the misconceptions in the media. And so I, you know, obviously after 911, and things like that, there is a lot of property against Islam. And so I actually, I actually had a bad view of Muslims. I mean, I remember watching the American troops go into Afghanistan thinking they're, you know, cheering them on, you know, thinking, you know, that, you know, let's get them all, you know, and, and, and I had to, I had all these misconceptions about Islam, until I went to Senegal and Sierra Leone. And what happened was my business where I was actually sending cars to Sierra Leone, I had, I had no money because all my money was tied up in my car.
And so I was actually stranded in Senegal, and I had no money to stay in the hotel. So I spoke to the hotel manager, and he was Muslim. And he said, no problem, you can come and stay in my house. Now, there was a bit of a problem at the time, because I couldn't phone home, I was only 18 years old. But I couldn't phone home because my mother and father didn't know that I was in Africa.
They were they probably would have killed me. That's a problem. Yeah. So I had to accept the invitation as a Muslim. And I stayed with him for a couple of weeks, you know, he looked after me. He and he gave me a good view of his farm, you know, he has such good manners. You know, and, and his best friend, one of his best friends was a Christian. You know, and this is the third time that I'd seen Muslims and Christians, you know, living side by side peacefully, you know, because all we talked about in the media is that Muslims and Christians, you know, don't this together, but this isn't the case. And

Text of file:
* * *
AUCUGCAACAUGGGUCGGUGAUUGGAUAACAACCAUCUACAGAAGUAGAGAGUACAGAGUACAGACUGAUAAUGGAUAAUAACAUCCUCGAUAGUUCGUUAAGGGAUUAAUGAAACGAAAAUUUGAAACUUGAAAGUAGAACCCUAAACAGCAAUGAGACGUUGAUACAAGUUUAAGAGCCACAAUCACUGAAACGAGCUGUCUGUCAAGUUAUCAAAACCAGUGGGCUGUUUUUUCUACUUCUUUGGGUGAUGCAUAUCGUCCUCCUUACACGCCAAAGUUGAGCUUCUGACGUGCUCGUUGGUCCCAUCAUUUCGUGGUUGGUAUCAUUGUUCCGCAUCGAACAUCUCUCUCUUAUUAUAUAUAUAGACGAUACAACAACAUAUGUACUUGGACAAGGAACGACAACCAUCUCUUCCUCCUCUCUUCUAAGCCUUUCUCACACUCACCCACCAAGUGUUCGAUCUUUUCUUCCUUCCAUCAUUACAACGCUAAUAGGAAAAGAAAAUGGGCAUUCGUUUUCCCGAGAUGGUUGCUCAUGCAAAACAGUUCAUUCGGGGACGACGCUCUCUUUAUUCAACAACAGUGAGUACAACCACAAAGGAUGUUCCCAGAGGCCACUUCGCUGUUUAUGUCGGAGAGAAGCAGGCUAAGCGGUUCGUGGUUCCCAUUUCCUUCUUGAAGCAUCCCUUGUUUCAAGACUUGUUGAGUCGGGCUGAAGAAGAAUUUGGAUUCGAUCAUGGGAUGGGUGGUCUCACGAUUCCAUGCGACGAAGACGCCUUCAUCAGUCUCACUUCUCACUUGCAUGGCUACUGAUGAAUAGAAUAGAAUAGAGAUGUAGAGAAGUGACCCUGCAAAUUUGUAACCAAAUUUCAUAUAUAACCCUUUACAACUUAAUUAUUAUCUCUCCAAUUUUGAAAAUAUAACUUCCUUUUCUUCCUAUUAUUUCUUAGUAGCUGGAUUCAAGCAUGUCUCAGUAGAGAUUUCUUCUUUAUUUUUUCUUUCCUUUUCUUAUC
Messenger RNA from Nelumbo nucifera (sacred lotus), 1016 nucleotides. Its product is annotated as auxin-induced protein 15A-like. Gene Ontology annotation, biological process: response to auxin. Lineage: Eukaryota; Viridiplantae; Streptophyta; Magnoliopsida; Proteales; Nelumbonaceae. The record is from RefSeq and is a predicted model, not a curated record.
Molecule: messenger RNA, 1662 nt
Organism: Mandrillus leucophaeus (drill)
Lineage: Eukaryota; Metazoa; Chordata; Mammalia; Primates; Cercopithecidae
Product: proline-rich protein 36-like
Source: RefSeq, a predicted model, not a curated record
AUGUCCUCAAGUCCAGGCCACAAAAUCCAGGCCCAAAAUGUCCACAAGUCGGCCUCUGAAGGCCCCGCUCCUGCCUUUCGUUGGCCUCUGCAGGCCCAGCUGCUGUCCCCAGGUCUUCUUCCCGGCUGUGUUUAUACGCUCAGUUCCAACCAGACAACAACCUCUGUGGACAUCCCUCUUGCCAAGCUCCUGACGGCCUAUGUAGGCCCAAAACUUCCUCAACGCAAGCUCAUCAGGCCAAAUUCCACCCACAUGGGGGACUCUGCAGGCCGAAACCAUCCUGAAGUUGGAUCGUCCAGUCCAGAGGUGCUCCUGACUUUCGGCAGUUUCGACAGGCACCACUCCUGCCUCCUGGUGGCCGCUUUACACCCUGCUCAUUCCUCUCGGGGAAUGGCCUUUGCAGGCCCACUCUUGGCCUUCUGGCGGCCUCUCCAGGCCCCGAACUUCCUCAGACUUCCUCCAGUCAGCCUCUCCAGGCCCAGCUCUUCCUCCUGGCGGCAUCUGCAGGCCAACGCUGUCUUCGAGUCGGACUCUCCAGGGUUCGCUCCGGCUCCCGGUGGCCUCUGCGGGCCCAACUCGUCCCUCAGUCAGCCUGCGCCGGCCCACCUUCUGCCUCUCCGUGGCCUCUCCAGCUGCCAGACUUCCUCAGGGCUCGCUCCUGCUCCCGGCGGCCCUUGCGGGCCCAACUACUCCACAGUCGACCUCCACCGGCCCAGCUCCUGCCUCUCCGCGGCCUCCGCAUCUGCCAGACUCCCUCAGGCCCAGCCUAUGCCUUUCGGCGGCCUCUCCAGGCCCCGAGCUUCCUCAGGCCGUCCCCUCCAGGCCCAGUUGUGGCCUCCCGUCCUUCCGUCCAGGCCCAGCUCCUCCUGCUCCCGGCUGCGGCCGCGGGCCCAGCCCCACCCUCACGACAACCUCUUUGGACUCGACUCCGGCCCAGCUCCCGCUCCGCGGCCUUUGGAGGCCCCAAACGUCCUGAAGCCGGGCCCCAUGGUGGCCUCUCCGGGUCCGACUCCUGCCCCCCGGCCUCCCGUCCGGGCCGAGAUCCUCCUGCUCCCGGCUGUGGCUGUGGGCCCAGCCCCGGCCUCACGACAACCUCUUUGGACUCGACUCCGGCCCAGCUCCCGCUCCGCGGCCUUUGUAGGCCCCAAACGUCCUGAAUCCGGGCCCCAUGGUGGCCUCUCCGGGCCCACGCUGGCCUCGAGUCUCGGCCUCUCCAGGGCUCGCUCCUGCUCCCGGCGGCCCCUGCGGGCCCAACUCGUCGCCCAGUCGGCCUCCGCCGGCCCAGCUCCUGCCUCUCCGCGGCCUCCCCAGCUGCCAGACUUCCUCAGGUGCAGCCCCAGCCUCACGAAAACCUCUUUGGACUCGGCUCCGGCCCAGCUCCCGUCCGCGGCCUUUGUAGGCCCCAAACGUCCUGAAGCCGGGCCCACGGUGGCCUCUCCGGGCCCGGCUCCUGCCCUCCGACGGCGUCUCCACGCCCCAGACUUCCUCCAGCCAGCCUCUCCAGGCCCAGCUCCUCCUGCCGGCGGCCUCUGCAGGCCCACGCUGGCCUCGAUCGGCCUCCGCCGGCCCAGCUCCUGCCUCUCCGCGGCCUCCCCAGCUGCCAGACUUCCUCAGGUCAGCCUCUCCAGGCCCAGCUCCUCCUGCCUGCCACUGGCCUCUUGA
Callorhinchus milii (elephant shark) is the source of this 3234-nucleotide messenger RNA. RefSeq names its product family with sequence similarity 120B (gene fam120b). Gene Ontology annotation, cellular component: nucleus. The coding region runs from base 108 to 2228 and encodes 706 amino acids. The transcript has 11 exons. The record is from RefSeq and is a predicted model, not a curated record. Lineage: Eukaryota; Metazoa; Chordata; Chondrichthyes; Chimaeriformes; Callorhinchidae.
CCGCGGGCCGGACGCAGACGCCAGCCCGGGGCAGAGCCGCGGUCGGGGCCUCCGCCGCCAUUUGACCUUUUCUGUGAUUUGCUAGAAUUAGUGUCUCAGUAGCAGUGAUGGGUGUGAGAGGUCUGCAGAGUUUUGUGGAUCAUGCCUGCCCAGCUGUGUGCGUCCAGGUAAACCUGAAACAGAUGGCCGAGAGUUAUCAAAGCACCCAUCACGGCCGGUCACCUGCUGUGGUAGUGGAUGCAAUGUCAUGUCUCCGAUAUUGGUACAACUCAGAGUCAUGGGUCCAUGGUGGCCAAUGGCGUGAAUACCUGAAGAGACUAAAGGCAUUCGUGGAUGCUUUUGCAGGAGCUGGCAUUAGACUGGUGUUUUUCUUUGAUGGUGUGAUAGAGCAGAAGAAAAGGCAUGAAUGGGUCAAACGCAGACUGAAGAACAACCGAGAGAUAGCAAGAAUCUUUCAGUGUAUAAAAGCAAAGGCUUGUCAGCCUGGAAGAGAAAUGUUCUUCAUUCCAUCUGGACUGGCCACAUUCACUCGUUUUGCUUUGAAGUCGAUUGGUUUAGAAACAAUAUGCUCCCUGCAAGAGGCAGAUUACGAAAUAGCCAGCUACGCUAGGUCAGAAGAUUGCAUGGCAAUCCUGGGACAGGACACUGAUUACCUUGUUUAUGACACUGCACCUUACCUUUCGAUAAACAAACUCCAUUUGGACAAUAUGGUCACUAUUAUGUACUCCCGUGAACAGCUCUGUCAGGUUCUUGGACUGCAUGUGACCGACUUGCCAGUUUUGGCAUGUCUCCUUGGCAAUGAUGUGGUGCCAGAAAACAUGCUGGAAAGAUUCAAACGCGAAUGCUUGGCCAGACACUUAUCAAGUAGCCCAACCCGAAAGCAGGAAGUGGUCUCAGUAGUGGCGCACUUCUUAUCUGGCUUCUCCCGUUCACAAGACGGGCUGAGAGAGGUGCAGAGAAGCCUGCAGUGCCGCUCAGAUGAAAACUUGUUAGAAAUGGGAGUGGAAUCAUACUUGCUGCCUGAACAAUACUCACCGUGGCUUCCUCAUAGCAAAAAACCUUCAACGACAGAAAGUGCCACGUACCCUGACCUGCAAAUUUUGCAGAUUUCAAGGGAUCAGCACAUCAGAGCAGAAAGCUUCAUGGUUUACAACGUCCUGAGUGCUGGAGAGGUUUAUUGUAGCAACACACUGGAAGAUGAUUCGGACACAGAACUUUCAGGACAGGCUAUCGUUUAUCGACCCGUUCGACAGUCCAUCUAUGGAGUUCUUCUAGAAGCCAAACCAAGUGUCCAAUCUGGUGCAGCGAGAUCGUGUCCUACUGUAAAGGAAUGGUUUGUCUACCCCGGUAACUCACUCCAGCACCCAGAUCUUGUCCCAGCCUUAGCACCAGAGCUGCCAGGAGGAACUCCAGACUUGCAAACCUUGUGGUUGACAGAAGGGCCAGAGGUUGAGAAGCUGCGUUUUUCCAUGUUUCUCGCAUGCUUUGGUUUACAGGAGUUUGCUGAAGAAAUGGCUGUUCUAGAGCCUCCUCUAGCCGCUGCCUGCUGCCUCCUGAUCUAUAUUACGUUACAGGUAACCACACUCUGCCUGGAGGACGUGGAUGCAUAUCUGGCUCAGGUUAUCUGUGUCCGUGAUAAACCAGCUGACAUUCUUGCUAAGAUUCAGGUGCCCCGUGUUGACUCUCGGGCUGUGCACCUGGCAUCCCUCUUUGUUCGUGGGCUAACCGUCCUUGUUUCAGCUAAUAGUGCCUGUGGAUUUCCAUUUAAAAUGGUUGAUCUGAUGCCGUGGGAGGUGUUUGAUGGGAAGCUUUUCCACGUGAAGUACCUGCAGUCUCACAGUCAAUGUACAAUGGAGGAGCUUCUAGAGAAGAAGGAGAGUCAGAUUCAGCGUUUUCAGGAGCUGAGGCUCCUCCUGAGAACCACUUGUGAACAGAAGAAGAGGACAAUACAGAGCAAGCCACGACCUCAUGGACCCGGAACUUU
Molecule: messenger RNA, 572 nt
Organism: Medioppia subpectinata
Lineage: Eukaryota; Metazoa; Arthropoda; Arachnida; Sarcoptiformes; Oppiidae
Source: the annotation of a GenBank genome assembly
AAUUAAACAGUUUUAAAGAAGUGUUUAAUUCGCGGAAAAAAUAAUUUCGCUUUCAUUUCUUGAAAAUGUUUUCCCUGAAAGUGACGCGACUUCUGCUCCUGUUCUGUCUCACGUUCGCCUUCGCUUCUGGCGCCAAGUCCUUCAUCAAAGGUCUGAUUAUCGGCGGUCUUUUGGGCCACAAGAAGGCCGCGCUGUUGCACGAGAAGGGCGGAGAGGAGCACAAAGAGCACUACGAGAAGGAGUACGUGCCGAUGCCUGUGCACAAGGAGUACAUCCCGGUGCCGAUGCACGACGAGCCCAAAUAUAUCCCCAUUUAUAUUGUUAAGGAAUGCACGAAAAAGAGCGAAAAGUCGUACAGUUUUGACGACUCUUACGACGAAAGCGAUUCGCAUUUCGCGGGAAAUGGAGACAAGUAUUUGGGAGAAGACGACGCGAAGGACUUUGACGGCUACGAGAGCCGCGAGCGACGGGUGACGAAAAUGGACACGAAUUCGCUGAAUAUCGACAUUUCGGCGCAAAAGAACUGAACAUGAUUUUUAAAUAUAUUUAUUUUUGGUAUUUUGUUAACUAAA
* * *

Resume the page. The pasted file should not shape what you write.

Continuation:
and so I was very interested in learning more about the cultures in Africa and more about the religion and and I was very overwhelmed by Islam. So this is this sort of began my journey into into looking into the religion and this seems like a good point to take a break. You're listening to heart and soul on Qf radio. We'll be right back after this Sunday.
you don't know.
You don't know.
You gaze at the stars in the sky.
At the mountain, so head through the tears in urine,
looking for a reason to replace.
Just remember, remember that you were never alone. You
just reach into your heart and is
for some fusaro improved
through happiness and peace, you will
As you long for your
prepare for your future, knowing nothing's gone.
You see, this life is
a straight and narrow path to find a bow, so travel well, Muslim, and paradise will be your home. And always remember that you will never know. You